Medical Marijuana in New York. What does that Mean for Employers?
There is now medical marijuana in New York. Its a brave new world, and we are here to help you navigate this evolving legal landscape as the state rolls out legal pot.
First, a bit of background. The New York Compassionate Care Act was signed into law by New York State Governor Andrew Cuomo on July 7, 2014, making New York the 23rd state in the U.S. to legalize medical marijuana. The new law permits certified patients to use marijuana for treatment of a “serious condition” so long as the treatment is prescribed by a certified physician. The law took effect January 2016. An overview of the new law can be found here.
Every employer should take this change in the laws as an opportunity to reevaluate their employment policies and consider how it wants to deal with the legal medicinal use of marijuana by their employees. As we at LeFebvre Law often advise our clients with most employment issues, your first line of defense is a well-drafted policy to minimize your company’s liability and ensure your employees are fully aware of how your company will handle this new issue. You want to make sure you and your employees are all on the same page.
What is important to remember is that the Compassionate Care Act creates new anti-discrimination protections for medical marijuana users. The Compassionate Care Act provides that certified patients shall not be subject to “disciplinary action by a business” for exercising their rights to use medical marijuana. Importantly, the Act further states that being a certified patient is the equivalent of having a disability for purposes of New York’s anti-disability discrimination laws. As such, if an employer fires or otherwise disciplines an employee for using marijuana legally under the Compassionate Care Act, the employee may likely have a claim for discrimination against his or her employer under the New York State Human Rights Law (NYSHRL).
As the Compassionate Care Act offers protections to medical marijuana users, employers may need to offer reasonable accommodations to employees who use cannabis as certified patients, as per the requirements of the NYSHRL. Because the Act designates certified patients as disabled, certified patients are entitled to the same disability accommodations as any other disabled employee. As long as the employee can continue to perform the essential duties of the job, and the employer is on notice as to the employee’s “disability,” the employer may very likely be required to offer reasonable accommodations to that employee, just as one would for a person in a wheelchair. What these types of accommodations will look like will depend on the specific situation, such as the employer’s business, the details of the employee’s need for medical marijuana, essential duties of the job, and so on.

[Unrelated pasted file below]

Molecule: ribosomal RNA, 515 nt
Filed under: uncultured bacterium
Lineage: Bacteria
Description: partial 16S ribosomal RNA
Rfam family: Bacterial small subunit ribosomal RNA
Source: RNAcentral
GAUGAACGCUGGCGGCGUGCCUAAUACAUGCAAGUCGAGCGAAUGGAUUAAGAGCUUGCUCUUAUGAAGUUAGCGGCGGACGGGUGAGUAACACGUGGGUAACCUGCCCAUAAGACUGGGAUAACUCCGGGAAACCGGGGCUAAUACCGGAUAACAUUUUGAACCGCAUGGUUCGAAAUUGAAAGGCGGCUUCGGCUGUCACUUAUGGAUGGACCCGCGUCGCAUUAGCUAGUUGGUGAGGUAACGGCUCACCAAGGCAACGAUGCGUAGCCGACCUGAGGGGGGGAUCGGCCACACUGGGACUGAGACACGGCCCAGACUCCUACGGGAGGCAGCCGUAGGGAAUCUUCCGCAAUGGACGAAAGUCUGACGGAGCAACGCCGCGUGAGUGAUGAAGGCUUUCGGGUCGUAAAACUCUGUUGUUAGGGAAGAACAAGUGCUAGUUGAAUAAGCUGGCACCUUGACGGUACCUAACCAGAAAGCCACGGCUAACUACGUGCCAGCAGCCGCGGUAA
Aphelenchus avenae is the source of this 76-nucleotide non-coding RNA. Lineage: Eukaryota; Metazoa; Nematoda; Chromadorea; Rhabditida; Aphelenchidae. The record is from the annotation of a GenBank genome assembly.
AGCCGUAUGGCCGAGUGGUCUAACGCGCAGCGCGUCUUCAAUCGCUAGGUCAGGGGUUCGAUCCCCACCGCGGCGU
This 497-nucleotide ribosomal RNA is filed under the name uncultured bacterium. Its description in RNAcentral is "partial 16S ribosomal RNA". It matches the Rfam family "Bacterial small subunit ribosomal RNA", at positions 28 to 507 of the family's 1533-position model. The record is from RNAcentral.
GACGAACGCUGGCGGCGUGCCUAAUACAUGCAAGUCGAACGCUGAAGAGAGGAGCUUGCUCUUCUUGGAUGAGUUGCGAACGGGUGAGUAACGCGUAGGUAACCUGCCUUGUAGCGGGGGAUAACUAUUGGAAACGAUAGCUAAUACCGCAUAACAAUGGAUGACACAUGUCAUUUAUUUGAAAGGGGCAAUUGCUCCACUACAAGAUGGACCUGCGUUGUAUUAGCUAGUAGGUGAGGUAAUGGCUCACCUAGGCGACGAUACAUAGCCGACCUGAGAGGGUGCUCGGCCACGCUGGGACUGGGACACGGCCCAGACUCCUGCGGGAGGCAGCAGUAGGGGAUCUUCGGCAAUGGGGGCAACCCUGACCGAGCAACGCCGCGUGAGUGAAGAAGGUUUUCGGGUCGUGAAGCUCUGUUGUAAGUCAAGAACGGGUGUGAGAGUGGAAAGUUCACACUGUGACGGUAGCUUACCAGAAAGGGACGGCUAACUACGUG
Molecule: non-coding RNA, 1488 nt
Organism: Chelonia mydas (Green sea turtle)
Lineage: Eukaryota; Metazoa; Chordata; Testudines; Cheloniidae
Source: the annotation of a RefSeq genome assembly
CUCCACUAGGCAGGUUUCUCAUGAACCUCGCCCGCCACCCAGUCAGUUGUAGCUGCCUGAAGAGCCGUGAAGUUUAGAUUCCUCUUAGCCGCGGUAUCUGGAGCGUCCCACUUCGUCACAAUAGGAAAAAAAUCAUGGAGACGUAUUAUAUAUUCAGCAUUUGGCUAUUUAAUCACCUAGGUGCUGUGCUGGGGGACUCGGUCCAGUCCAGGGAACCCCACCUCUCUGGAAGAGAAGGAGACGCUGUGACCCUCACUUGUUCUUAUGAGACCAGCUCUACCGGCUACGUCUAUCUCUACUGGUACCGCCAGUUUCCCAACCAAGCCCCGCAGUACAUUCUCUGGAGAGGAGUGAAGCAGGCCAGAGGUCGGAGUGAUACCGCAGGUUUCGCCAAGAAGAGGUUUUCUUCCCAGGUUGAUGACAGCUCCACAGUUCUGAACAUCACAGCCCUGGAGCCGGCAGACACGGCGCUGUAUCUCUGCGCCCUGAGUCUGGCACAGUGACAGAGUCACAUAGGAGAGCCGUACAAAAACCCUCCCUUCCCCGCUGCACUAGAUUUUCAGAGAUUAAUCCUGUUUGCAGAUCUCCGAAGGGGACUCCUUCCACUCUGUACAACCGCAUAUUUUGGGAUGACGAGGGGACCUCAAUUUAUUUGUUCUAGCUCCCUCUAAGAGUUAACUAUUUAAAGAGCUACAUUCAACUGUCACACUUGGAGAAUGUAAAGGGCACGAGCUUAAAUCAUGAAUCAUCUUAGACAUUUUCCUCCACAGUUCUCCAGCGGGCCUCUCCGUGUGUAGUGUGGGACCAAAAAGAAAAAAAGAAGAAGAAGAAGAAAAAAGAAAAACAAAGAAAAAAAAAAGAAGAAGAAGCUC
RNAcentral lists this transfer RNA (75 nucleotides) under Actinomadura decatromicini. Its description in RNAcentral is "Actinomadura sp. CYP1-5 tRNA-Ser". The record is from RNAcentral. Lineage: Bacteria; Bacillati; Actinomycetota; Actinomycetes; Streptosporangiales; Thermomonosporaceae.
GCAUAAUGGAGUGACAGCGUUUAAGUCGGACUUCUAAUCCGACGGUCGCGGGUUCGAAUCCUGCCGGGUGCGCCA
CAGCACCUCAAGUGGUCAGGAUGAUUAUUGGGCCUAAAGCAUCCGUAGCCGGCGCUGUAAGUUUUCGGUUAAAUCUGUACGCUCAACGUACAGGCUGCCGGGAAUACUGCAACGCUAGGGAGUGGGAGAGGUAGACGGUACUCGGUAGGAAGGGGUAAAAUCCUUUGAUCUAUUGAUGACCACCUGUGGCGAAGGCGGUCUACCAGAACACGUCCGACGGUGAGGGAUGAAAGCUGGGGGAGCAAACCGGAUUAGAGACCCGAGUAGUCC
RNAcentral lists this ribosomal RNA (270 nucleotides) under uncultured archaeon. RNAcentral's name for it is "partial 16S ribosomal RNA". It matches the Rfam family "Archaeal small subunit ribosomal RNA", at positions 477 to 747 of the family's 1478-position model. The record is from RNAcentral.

While employers are prohibited from discriminating against medical marijuana users and will likely be required to provide reasonable accommodations, the law does allow employers to provide and enforce company policies “prohibiting an employee from performing his or her employment duties while impaired by a controlled substance.” This is important because, while the Compassionate Care Act seeks to give qualifying patients access to an important drug, the law also considers the interests of businesses, which for obvious reasons may not want their employees impaired on the job. As such, employers cannot treat their employees differently simply because they use medical marijuana, but they may prohibit their employees from working while impaired.
What if, you may ask, my employee makes a request for a reasonable accommodation that involves consuming marijuana at the work place? This is an issue that has yet to be resolved, but it is worth noting that the law expressly prohibits consuming marijuana in a “public place.” Depending upon how the Commissioner of Health defines the meaning of “public place,” the prohibition on public use of marijuana may ensure that employers will not need to permit marijuana consumption at the work-site as a reasonable accommodation. Additionally, it should be noted that the Compassionate Care Act does not provide smokable marijuana – rather, the marijuana obtained through the program will be consumed by other means, such as edibles, extracts, tinctures and oils.
So hopefully this has been of some help to any small business owners daunted by this new change in public policy. We at LeFebvre Law are interested in advising our clients about this changing legal landscape and how it may impact their businesses. Contact LeFebvre Law if you would like to discuss your options for updating your policies with regards to medical marijuana or if you have any further questions on the topic.
Tim LeFebvre, Esq.